Stardew Valley is always something I just heard about. Something the adorable Commander Holly (Holly Conrad) played, a bright colorful 8-bit game that takes Harvest Moon and adds combat, a game my friend found a mod for where all the characters are naked? You get it, the game just existed, as you and I do. No direct interactions, a name in the background of my life, until this past December.
In between bouts of dry colds and sore throats (because winter in the northeast United States means the weather is having an aneurysm) I was reccomended to play Stardew Valley by my best friend. I got it aroooound December 16th? Well on January 3rd, it appears I’d clocked in 100 hours of this Minecraft-meets-Harvest-Moon-but-fun. It’s still up for debate whether I’ve got some addictive personality tendencies or something, but this game ticks so many boxes for me.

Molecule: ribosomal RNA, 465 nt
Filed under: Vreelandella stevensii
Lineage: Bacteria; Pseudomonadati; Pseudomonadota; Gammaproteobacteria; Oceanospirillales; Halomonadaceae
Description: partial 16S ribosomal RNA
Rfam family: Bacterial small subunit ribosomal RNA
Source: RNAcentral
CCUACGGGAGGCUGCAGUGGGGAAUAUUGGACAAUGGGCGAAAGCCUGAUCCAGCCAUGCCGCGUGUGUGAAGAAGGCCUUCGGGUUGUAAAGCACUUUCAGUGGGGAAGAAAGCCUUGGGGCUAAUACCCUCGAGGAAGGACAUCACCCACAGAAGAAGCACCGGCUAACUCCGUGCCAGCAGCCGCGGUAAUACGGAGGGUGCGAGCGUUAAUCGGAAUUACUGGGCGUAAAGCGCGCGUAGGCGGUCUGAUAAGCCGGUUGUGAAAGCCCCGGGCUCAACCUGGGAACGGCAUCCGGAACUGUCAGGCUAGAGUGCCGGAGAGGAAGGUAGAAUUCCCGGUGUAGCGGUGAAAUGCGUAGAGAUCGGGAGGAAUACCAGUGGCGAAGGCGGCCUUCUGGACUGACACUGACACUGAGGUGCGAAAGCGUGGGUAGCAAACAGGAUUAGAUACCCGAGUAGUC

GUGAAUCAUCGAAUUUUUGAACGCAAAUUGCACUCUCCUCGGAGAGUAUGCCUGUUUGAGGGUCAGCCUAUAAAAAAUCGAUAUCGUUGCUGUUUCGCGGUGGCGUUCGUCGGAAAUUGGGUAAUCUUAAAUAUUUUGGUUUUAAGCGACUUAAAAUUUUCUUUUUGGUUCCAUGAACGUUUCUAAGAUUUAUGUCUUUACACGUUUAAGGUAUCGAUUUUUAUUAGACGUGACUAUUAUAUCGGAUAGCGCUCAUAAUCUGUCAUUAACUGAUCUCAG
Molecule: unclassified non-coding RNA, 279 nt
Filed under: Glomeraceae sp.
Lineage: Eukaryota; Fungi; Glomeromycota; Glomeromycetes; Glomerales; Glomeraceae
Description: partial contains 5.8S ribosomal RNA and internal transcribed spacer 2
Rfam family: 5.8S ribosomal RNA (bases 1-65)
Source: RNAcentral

For starters, the art design. It’s a beautiful, vibrant game with so much detail and cuteness packed into good old-fashioned pixels. For starting on Steam, this game surprises me veeery little with the occasional tiny cosmetic glitch or split second of lag, but otherwise it runs really well on the Switch! It feels perfect for this system and unlike Pokemon Let’s Go, you can play with both joy-cons at once on a TV. (Yes, I’m still annoyed at Pokémon, no matter how cute it is. And it’s damn cute.)